ACLU wants body camera video released

Posted at 10:21 PM, Aug 22, 2016
and last updated 2016-08-22 23:21:26-04

The American Civil Liberties Union is putting pressure on the Wisconsin's attorney general to release body camera video showing the shooting of Sylville Smith by a Milwaukee police officer. Smith's death lead to two days of violence around Sherman Park.

Police Chief Ed Flynn has said that the entire incident involving Smith took about 25 seconds to unfold.  What we don't know is if the officer activated his body camera before he told Smith to drop a weapon.  The ACLU of Wisconsin's executive director, Chris Ahmuty, said this could mean you don't hear the actual shots.

"That suggests the officer didn't turn on their video when they should have," said Ahmuty.

The cameras are always recording, but not always saving the video. Here is how it works: When an officer wants to save an incident, they double click on the camera. The camera will then go back and save the previous 30 seconds of video as a safeguard in case something happened before the camera was activated. There is no audio on that 30 seconds. Audio starts the moment the officer double clicks the camera.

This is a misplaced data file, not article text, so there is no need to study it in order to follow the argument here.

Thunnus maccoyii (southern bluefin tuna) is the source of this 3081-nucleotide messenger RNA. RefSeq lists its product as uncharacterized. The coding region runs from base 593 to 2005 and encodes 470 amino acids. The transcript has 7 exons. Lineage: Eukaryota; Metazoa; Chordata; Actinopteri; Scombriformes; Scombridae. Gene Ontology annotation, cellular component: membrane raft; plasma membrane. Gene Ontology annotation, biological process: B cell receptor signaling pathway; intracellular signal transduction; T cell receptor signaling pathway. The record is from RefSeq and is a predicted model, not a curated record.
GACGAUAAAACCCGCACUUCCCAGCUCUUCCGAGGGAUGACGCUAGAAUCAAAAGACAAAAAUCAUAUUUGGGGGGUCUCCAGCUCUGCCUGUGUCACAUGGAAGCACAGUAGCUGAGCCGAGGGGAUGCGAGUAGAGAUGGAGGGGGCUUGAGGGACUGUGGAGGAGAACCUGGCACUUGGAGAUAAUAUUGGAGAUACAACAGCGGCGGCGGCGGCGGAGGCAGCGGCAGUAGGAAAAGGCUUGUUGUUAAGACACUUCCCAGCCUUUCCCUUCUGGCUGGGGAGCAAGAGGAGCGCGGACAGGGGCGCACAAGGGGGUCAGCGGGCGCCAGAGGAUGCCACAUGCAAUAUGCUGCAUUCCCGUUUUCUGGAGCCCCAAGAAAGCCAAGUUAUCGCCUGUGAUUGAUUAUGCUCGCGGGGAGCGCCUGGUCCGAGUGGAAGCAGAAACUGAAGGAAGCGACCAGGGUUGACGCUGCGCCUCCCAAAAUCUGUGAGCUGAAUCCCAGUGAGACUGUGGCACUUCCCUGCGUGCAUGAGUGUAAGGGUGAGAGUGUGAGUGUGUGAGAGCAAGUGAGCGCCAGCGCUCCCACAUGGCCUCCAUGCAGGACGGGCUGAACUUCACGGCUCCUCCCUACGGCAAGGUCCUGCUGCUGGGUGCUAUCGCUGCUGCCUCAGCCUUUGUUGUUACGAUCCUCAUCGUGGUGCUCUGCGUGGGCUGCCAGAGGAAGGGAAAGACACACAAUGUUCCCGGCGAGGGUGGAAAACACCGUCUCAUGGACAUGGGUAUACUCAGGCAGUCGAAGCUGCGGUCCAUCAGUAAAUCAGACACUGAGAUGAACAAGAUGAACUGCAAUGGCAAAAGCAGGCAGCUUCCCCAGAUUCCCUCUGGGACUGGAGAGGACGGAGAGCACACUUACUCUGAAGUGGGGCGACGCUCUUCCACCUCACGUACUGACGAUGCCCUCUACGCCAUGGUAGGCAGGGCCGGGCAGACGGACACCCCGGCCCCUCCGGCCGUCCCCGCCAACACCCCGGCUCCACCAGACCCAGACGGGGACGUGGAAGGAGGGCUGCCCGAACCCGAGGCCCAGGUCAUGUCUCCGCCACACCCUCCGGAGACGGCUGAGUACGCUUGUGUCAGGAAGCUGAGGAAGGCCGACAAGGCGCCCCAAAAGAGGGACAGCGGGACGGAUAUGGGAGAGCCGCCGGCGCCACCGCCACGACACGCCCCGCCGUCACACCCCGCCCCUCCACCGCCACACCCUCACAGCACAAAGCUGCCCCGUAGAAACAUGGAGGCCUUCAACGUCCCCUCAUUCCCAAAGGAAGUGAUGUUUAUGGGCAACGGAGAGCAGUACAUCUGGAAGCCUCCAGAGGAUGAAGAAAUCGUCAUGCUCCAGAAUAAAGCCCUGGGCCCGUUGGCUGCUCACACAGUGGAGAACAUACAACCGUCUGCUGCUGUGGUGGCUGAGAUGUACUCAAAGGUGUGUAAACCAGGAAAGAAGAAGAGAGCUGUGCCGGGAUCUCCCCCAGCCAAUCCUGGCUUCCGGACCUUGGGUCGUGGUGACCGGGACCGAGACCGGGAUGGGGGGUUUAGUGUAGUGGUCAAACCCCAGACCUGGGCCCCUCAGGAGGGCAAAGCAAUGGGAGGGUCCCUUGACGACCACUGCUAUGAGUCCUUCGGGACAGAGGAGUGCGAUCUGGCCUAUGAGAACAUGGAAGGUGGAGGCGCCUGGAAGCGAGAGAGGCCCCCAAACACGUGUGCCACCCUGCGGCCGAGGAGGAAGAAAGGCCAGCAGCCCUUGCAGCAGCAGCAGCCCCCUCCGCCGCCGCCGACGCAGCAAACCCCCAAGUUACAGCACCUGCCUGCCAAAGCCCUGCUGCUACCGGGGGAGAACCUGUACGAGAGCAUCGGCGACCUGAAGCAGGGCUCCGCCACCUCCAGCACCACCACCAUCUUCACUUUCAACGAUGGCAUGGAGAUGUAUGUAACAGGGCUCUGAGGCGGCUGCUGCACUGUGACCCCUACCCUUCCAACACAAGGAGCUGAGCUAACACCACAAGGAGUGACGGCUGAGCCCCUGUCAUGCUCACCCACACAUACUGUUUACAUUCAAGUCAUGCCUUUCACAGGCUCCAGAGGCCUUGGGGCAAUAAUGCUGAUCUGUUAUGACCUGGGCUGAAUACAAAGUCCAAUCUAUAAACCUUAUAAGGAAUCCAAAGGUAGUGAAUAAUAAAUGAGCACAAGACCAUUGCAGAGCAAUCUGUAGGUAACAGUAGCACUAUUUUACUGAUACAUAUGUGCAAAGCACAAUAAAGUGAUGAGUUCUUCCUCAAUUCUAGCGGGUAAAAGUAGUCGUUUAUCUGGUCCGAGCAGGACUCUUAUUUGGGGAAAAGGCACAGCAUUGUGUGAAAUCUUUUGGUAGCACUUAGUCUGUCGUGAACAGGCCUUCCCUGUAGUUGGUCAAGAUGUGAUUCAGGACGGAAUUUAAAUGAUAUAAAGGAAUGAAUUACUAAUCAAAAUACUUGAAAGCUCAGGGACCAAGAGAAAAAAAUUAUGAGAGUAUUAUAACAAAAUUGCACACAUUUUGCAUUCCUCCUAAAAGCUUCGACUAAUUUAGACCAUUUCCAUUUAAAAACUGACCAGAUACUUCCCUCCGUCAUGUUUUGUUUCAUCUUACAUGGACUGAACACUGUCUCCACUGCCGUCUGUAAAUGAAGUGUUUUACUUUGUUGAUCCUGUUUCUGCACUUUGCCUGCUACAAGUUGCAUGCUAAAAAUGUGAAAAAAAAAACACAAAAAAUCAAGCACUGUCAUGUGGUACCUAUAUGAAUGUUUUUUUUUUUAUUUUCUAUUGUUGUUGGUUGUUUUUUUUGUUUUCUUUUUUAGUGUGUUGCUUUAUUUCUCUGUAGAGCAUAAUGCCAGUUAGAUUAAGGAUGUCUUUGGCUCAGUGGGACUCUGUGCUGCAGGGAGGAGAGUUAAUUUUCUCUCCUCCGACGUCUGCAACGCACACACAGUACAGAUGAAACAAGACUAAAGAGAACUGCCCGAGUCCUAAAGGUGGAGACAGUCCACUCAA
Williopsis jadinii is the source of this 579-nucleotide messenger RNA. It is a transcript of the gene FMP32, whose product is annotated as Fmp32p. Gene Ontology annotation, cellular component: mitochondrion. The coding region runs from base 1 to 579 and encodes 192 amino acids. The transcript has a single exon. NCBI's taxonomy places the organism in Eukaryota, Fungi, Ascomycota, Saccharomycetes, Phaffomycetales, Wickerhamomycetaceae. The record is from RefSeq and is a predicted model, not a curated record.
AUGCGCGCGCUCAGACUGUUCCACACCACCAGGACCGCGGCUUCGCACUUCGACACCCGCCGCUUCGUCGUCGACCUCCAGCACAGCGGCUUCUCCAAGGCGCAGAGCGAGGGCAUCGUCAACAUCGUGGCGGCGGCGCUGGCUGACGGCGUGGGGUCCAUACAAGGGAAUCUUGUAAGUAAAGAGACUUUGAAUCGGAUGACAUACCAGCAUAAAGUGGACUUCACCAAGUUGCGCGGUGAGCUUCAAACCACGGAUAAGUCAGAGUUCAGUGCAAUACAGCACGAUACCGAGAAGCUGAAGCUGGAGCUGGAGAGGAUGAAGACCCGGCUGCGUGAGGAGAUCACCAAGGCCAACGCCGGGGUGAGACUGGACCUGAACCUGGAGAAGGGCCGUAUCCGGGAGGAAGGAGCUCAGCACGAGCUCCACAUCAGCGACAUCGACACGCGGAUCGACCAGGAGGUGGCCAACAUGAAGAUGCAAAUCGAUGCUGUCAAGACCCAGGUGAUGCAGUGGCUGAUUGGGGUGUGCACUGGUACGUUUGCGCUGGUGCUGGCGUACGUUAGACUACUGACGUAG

"We don't think it's a defect if you don't have the audio, if you can have training and policies that make it so the officer turns on the video as soon as the encounter begins," said Ahmuty.

"I know that the video starts as the officer is still in the vehicle and then about 30 seconds later the audio kicks in, said Brad Schimel, Wisconsin Attorney General.

Schimel says he is not yet ready to release the body cam video.  And that concerns the ACLU.

"If you retain, withhold the body cam video without a good reason that is going to undermine community trust," said Ahmuty.

Schimel said he is holding the video because he still needs to preserve evidence.

"In the end the pubic needs to have confidence that the process was an effective search for the truth," said Schimel.

The attorney general says if there are no charges, the video will be released right away. It will first be shown to the Smith family and then to the public. If they decide to prosecute, it will be the district attorney who decides on if and when to release it.

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